BUDGET 2001: Fiscally prudent, outlook benign
24 May 2001
Fiscal position prudent, economic outlook benign
"Budget 2001 has two principal objectives: to consolidate the Government's reputation as a prudent fiscal and economic manager and to advance our policy agenda," Finance Minister Michael Cullen said.
"The budget is vigilant on new spending. Every initiative had to be justified, and several worthy proposals had to be deferred. This is the tightest of the three budgets the Labour-Alliance Government will present this term.
"Net new spending has been limited to $692 million. This compares with around $1.26 billion in Budget 2000 and with the $815 million we are setting aside now for next year's budget.
"The Government was concerned that the spending allocation for Budget 2002 should be realistic. I am satisfied that $815 million is credible although it will demand continuing firm discipline from Ministers," Dr Cullen said.
"The risks the world slow down poses to New Zealand are acknowledged in the budget documents. But I share the Treasury's view that the economy is well-placed to absorb the shock and to continue to grow.
"Although the Treasury has revised down its growth track since the December Economic and Fiscal Update [DEFU], it is still projecting growth of 2.9 per cent on average over the next four years.
"And the general outlook is for a benign mix of circumstances - unemployment remaining low at around 5 per cent, inflation under control and the current account deficit dropping steadily to 3.3 per cent of gross domestic product by the end of March, 2005," Dr Cullen said.
fiscal picture was also strong with the Budget showing a
pattern of rising surpluses through the forecast period to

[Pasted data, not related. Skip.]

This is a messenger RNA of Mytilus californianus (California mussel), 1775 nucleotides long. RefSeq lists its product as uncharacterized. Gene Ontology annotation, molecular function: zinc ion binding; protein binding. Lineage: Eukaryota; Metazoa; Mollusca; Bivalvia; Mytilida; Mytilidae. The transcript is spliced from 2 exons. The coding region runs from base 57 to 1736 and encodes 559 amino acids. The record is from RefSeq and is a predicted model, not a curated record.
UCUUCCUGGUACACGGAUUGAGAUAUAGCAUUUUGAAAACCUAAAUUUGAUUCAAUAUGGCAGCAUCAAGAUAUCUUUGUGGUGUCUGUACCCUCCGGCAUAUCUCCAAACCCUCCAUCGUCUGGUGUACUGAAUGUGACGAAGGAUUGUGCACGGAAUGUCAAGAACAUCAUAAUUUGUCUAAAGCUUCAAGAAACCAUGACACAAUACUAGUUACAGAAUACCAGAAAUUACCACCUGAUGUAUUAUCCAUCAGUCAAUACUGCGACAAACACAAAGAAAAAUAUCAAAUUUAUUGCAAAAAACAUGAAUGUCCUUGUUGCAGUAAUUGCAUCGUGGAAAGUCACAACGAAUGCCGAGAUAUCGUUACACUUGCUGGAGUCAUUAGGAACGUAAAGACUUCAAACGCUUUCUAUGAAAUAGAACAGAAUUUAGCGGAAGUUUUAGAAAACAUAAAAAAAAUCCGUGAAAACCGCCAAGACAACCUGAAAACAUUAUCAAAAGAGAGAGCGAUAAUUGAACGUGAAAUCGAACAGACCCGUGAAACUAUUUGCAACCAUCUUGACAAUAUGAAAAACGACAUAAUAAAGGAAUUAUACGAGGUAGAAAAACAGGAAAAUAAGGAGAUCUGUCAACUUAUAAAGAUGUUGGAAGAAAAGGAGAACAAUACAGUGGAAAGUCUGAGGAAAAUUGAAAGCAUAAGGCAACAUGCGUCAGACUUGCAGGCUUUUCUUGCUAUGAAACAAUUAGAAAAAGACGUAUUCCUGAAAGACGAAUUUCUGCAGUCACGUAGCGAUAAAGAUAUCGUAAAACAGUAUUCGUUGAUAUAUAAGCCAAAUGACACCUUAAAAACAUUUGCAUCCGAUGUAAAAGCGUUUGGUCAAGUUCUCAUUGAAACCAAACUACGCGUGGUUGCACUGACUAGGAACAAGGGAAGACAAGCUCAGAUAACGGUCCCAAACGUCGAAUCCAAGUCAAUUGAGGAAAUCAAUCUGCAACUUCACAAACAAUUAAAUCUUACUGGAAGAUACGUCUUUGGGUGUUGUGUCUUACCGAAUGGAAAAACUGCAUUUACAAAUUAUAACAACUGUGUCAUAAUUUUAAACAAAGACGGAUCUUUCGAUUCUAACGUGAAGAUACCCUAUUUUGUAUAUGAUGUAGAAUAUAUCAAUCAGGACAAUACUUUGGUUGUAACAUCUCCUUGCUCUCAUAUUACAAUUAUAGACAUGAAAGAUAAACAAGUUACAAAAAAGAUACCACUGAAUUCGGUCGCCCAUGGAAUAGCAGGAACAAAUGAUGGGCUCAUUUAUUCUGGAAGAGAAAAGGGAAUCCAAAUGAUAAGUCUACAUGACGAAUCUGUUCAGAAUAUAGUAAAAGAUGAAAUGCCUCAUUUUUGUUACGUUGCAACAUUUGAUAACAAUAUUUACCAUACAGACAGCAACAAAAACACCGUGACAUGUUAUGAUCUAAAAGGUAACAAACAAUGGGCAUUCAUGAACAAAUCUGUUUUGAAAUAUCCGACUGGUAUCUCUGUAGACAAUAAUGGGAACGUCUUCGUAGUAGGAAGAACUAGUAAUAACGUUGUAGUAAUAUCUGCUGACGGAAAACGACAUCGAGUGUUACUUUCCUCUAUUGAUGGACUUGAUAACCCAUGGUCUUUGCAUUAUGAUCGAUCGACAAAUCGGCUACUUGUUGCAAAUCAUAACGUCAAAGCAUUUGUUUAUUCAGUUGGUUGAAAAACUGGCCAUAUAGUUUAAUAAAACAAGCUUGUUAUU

$3.7 billion in the 2004-05 year.
The forecast surplus for the current year was $641 million. However the position as reflected in the Operating Balance Excluding Revaluations and Accounting Changes - OBERAC - was significantly stronger.
"It shows a surplus of $1.7 billion. This is higher than the DEFU forecast of $765 million and reflects higher than expected tax revenues and the $140 million from the sale of the spectrum licences.
"But these factors were overwhelmed by a combined $1.1 billion increase in liabilities for the Accident Compensation Corporation and the Government Superannuation Fund.
"The new OBERAC measure provides a more accurate guide to the quality of the Government's fiscal stewardship because it strips out these revaluation effects which reflect technical assumptions rather than real money, and which are predominantly interest rate driven so tend to balance out over time.
"A surplus of $1.4 billion is forecast for the coming 2001-02 year followed in the subsequent three years by surpluses of $2.4 billion, $3 billion and $3.7 billion respectively.
"These are around $650 million lower on average than the DEFU forecasts. The difference reflects a reduction in projected tax revenues due primarily to the slowing world economy, and increased spending provisions," Dr Cullen said.
The Government had raised the $5.9 billion fiscal cap to $6.125 billion and had increased the indicative provision for the years 2003-04 and 2004-05 from $800 million to $900 million.
"This adjustment is extremely modest in the context of total government spending. This is reflected in the fact that expenditure relative to GDP is expected to fall steadily over the forecast horizon.
"By 2003-04 it is projected to drop to below 33 per cent of GDP - the lowest level since the late 1970s.
"Net debt is tipped to remain relatively stable at around 18 percent of GDP. These are the lowest levels achieved in 20 years and would be even lower if the debt calculations included the assets in the New Zealand Superannuation Fund.
"Taking these into account, the comparable figure is a fall to 13.1 per cent," Dr Cullen said.